As the country’s import dependence increased, the international prices also rose making India vulnerable to the vagaries of price fluctuations. For example, import of urea during 2000?01 was around 220,000 tonnes and the average cost and freight of urea was $117 per tonne. It increased to around $327 per tonne during 2010?11 when India imported about 6.6 MT of urea. Same was the case with diammonium phosphate wherein the average cost and freight to India increased from $179 per tonne during 2000? 01 with an import of 861,000 tonnes to $496 per tonne during 2010?11 when India imported 7.4 MT.
NBS policy for P&K fertilisers
In the context of country’s food security, the declining response of agricultural productivity to increased fertilisers usage in the country had been a matter of concern. It was due to this concern that the government in 2010 intended to move towards a nutrient-based subsidy (NBS) instead of existing product pricing regime.
The introduction of NBS scheme for potassium (P) and phosphatic (K) fertilisers brought a significant shift in the policy, under which the subsidy was fixed for each nutrient—nitrogen (N), P, K and sulphur (S)—which was determined by the government every year. Since the subsidy now got fixed, the selling price of fertilisers at farm gate level got decontrolled and started getting determined by market forces. However, the inter-ministerial committee keeps strict vigil on the reasonability of retail prices of fertilisers.
The NBS in P and K was expected to encourage the fertiliser industry to focus more on farmers through activities such as development of new innovative fertiliser products customised to their requirements, farm extension services, brand building and product differentiation. Further, the basket of subsidised fertilisers also gradually broadened, covering new fertilisers containing secondary and micro?nutrients.
This helped achieving the twin objectives of balanced fertilisation through better products and growth of indigenous industry based on buoyant demand of fertilisers in the country. Further, the outgo of subsidy in P and K started being forecasted and budgeted more rationally on annual basis.
New investments policy of 2012
The 2008 policy attracted investments only for revamp of some existing ammonia-based urea plants. However, with no investment coming for brownfield or greenfield projects, the department of fertilisers notified a new investment policy to facilitate fresh investments in urea production. The policy provided a structure of a floor price and a ceiling price for the amount payable to urea units, to be calculated based on delivered gas price to respective urea units.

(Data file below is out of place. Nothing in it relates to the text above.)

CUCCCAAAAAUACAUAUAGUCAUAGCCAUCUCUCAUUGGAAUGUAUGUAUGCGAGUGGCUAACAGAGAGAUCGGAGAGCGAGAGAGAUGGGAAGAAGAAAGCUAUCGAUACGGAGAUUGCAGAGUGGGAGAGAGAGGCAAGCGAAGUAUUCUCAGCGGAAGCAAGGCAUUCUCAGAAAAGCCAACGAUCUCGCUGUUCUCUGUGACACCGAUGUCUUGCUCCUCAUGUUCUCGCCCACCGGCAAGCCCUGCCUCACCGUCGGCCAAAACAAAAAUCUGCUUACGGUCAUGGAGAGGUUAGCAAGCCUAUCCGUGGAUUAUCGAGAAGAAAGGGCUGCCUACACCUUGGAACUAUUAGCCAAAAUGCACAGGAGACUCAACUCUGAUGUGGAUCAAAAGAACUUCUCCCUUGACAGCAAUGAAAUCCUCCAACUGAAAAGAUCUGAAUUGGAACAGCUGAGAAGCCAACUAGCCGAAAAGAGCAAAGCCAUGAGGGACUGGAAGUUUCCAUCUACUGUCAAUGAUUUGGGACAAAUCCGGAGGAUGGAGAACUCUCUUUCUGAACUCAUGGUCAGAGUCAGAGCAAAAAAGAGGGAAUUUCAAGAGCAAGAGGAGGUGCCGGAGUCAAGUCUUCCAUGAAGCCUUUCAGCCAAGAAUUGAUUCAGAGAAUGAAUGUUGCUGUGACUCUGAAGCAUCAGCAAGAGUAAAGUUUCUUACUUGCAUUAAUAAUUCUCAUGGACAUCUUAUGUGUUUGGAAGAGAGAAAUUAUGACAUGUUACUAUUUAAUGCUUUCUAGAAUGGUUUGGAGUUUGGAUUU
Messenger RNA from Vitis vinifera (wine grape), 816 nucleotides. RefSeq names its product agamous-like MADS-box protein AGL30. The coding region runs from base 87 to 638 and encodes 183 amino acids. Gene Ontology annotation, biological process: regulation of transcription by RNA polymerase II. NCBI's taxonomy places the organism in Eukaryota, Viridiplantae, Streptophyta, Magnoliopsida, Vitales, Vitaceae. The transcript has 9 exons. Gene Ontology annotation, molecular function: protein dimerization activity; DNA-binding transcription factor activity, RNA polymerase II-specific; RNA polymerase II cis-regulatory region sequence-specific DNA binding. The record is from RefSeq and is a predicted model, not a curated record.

In a fresh initiative, the government notified a modified new pricing scheme III for existing urea units on 2 April 2014. It provided for maximum additional fixed cost towards increase in the four components of conversion cost—salaries and wages, contract labour, selling expense, and repair and maintenance of Rs.350 per tonne to existing urea units.
Urea push and diversions
Fertiliser diversion has been a bane for the sector as realised by many a government over the years. Various measures have been tried to prevent leakage of subsidy on this account.
The National Democratic Alliance (NDA) government in January 2015 decided that all urea makers will have to produce neem-coated urea to prevent illegal diversion. As neem-coated urea is unfit for industrial use, the chances of the most commonly used fertiliser’s diversion minimises.
The government issued a notification on 7 January 2015 after which the domestic urea producers were allowed to produce neem-coated urea up to their total production of subsidised urea. It was also decided to restrict the extra 5% of retail price to be charged by the companies of neem-coated urea for future to the extent of 5% of the existing retail price of urea only. On 24 March 2015, the department of fertilisers made it mandatory for all companies to produce 75% of their total production of subsidised urea as neem coated. Thereafter on 25 May 2015, 100% of total production of urea was made mandatory to be neem coated.
In a significant development, the Cabinet Committee on Economic Affairs approved a policy on 31 March 2015 to supply gas at uniform delivered price to all fertiliser plants on the gas grid for production of urea through a pooling mechanism.
Further, the new urea policy 2015 for existing gas-based urea manufacturing units was notified on 25 May 2015. Under the policy, 25 gas-based units were eligible to get concession rates on the basis of energy norms fixed for each group from 1 June 2015 to 31 March 2018.
From realising the need to enhancing capacity and now ensuring adequate supply, fertilisers have remained the focus of successive governments. The NDA government now plans to tweak the model adopted for direct benefit transfer for transfer of fertiliser subsidies, wherein manufacturers will be repaid only for the fertiliser bought by the intended beneficiaries who will be identified through their Aadhaar or voter identification card details.
The success of the sector will now depend upon the efficacy of the scheme in the backdrop of India’s fertiliser demand for the kharif season (July and October) remaining subdued despite the country receiving near-normal monsoon rains till now, after two successive years of drought.